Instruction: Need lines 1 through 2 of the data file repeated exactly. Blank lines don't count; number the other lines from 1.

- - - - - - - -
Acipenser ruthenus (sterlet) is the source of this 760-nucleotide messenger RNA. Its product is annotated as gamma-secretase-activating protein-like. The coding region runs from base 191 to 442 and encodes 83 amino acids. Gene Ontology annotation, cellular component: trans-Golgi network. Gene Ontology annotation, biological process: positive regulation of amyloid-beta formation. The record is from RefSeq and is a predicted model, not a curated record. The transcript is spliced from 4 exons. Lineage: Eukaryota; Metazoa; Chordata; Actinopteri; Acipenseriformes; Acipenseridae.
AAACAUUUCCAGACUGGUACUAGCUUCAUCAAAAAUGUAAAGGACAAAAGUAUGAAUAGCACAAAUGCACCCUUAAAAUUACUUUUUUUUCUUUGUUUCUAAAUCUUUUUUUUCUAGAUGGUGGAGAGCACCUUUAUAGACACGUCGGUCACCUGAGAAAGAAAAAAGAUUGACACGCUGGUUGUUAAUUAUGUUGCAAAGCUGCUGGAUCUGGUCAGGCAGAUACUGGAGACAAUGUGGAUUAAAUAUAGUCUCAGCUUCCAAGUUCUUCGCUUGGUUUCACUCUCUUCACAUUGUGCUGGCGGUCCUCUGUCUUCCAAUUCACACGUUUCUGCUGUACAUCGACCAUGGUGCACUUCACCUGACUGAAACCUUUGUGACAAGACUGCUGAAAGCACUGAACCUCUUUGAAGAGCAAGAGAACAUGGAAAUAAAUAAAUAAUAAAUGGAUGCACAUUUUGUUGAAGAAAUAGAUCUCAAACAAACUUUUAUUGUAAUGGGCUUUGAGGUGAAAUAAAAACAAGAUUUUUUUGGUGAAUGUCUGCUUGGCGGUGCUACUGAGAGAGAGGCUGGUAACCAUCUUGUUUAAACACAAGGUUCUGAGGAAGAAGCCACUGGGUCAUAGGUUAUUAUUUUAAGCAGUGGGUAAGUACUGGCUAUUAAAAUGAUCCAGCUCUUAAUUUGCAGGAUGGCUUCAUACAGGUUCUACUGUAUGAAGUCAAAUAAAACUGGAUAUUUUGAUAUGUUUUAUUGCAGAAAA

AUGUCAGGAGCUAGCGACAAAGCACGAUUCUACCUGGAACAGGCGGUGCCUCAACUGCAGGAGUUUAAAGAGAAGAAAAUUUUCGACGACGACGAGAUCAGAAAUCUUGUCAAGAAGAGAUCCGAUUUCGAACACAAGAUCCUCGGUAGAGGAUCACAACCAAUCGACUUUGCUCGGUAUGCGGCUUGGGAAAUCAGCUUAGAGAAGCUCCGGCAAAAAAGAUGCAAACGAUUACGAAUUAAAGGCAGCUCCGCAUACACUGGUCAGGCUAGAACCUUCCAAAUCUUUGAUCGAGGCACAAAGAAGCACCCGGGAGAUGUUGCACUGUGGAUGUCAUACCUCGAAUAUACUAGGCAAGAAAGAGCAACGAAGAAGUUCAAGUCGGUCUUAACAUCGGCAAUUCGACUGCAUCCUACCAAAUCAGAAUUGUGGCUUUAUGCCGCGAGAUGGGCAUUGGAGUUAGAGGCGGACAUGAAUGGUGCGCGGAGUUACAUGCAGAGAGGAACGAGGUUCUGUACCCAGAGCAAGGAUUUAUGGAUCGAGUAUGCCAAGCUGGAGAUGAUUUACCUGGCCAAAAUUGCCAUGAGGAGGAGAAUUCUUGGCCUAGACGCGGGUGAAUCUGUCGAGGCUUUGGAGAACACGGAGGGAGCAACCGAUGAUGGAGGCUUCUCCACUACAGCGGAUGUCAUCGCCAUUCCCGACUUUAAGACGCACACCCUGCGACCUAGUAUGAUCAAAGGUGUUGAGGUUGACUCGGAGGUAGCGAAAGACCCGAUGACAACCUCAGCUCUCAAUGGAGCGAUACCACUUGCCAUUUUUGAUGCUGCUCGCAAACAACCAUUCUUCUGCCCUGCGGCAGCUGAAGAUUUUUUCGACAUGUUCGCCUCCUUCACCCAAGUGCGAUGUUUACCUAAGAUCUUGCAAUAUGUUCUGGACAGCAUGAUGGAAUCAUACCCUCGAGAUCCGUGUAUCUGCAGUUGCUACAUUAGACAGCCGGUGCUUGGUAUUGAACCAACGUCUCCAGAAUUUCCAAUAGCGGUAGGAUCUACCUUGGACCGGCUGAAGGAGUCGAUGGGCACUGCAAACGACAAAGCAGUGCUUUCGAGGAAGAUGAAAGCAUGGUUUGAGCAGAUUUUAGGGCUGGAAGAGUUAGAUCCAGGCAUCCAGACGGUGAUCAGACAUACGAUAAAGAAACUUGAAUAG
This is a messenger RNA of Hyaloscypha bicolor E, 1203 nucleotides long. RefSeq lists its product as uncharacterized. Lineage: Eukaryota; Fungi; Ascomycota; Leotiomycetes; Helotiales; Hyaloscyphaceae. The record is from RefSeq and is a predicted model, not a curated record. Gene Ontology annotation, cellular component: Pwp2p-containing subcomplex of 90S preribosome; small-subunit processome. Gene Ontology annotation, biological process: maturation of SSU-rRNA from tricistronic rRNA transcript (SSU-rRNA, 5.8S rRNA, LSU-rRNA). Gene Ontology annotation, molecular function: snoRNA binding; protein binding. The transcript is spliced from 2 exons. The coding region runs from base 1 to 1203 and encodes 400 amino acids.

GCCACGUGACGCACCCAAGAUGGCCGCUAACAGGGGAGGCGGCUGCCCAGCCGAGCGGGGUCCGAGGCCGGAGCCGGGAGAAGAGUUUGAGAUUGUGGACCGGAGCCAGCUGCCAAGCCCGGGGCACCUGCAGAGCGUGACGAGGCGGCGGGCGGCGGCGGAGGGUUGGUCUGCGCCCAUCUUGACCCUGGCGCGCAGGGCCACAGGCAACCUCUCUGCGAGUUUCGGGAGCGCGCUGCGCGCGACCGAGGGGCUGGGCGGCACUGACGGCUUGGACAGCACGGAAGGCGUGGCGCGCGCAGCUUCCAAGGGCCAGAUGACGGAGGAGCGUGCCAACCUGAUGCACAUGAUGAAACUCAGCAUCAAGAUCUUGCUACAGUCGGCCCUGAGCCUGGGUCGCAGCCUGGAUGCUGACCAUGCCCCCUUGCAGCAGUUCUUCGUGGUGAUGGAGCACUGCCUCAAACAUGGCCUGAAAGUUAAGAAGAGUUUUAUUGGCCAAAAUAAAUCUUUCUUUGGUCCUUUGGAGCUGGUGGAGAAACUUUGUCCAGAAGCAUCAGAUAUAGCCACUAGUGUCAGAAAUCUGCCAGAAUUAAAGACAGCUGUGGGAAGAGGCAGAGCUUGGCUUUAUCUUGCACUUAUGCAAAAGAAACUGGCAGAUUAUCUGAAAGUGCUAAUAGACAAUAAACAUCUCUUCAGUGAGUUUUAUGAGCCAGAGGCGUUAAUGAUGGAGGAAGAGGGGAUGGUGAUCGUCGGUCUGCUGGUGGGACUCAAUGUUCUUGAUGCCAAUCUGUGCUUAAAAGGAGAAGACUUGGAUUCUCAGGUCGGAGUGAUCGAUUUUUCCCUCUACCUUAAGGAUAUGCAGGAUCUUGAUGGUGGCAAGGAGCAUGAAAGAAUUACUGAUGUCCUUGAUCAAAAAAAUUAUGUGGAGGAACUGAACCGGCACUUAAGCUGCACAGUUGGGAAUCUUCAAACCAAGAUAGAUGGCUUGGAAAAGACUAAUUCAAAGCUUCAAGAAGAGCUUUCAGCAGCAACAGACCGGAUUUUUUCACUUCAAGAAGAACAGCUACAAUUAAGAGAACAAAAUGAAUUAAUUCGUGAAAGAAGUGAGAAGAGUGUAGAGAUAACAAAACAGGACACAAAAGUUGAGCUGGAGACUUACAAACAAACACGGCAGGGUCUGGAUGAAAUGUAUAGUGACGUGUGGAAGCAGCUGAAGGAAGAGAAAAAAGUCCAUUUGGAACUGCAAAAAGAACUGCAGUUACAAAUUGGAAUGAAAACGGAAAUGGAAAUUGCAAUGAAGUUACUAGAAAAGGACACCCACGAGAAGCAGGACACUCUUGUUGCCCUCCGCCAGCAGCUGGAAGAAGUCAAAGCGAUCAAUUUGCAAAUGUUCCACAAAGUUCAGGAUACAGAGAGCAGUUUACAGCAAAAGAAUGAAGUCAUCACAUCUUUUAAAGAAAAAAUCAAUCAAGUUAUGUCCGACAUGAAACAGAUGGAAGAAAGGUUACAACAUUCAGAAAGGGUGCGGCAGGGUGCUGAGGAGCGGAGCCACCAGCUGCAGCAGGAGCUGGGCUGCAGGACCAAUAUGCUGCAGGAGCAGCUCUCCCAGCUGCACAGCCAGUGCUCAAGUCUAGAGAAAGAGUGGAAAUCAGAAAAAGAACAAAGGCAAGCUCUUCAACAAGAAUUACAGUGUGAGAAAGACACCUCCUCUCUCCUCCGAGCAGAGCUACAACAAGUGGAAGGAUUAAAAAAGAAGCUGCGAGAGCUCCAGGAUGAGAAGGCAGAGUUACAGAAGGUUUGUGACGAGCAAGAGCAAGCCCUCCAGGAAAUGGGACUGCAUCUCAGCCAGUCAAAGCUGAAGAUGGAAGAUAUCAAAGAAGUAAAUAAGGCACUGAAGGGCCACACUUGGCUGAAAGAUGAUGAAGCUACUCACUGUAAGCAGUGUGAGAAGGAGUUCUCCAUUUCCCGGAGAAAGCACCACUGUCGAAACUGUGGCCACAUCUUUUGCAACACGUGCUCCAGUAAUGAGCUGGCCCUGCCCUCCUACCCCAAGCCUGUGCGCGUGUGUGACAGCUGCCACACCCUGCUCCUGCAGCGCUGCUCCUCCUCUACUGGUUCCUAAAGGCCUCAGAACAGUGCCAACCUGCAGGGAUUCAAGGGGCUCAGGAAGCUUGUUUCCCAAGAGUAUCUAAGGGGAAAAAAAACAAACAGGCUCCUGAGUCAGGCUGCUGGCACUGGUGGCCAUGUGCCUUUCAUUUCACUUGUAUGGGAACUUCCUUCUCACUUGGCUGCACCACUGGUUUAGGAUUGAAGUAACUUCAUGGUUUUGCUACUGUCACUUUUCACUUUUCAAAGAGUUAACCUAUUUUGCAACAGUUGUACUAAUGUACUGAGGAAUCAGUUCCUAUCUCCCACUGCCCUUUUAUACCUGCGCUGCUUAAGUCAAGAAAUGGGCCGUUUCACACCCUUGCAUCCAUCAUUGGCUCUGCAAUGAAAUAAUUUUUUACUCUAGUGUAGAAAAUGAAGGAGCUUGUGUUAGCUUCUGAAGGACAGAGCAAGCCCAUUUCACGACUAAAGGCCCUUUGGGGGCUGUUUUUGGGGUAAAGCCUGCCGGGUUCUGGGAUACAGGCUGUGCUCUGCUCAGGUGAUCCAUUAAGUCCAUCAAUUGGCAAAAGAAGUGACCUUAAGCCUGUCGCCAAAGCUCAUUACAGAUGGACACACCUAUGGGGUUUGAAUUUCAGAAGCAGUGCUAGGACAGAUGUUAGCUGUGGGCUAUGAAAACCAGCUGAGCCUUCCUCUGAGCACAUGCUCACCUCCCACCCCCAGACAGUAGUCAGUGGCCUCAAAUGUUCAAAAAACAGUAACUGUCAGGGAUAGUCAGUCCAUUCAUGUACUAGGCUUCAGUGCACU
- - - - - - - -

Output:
Acipenser ruthenus (sterlet) is the source of this 760-nucleotide messenger RNA. Its product is annotated as gamma-secretase-activating protein-like. The coding region runs from base 191 to 442 and encodes 83 amino acids. Gene Ontology annotation, cellular component: trans-Golgi network. Gene Ontology annotation, biological process: positive regulation of amyloid-beta formation. The record is from RefSeq and is a predicted model, not a curated record. The transcript is spliced from 4 exons. Lineage: Eukaryota; Metazoa; Chordata; Actinopteri; Acipenseriformes; Acipenseridae.
AAACAUUUCCAGACUGGUACUAGCUUCAUCAAAAAUGUAAAGGACAAAAGUAUGAAUAGCACAAAUGCACCCUUAAAAUUACUUUUUUUUCUUUGUUUCUAAAUCUUUUUUUUCUAGAUGGUGGAGAGCACCUUUAUAGACACGUCGGUCACCUGAGAAAGAAAAAAGAUUGACACGCUGGUUGUUAAUUAUGUUGCAAAGCUGCUGGAUCUGGUCAGGCAGAUACUGGAGACAAUGUGGAUUAAAUAUAGUCUCAGCUUCCAAGUUCUUCGCUUGGUUUCACUCUCUUCACAUUGUGCUGGCGGUCCUCUGUCUUCCAAUUCACACGUUUCUGCUGUACAUCGACCAUGGUGCACUUCACCUGACUGAAACCUUUGUGACAAGACUGCUGAAAGCACUGAACCUCUUUGAAGAGCAAGAGAACAUGGAAAUAAAUAAAUAAUAAAUGGAUGCACAUUUUGUUGAAGAAAUAGAUCUCAAACAAACUUUUAUUGUAAUGGGCUUUGAGGUGAAAUAAAAACAAGAUUUUUUUGGUGAAUGUCUGCUUGGCGGUGCUACUGAGAGAGAGGCUGGUAACCAUCUUGUUUAAACACAAGGUUCUGAGGAAGAAGCCACUGGGUCAUAGGUUAUUAUUUUAAGCAGUGGGUAAGUACUGGCUAUUAAAAUGAUCCAGCUCUUAAUUUGCAGGAUGGCUUCAUACAGGUUCUACUGUAUGAAGUCAAAUAAAACUGGAUAUUUUGAUAUGUUUUAUUGCAGAAAA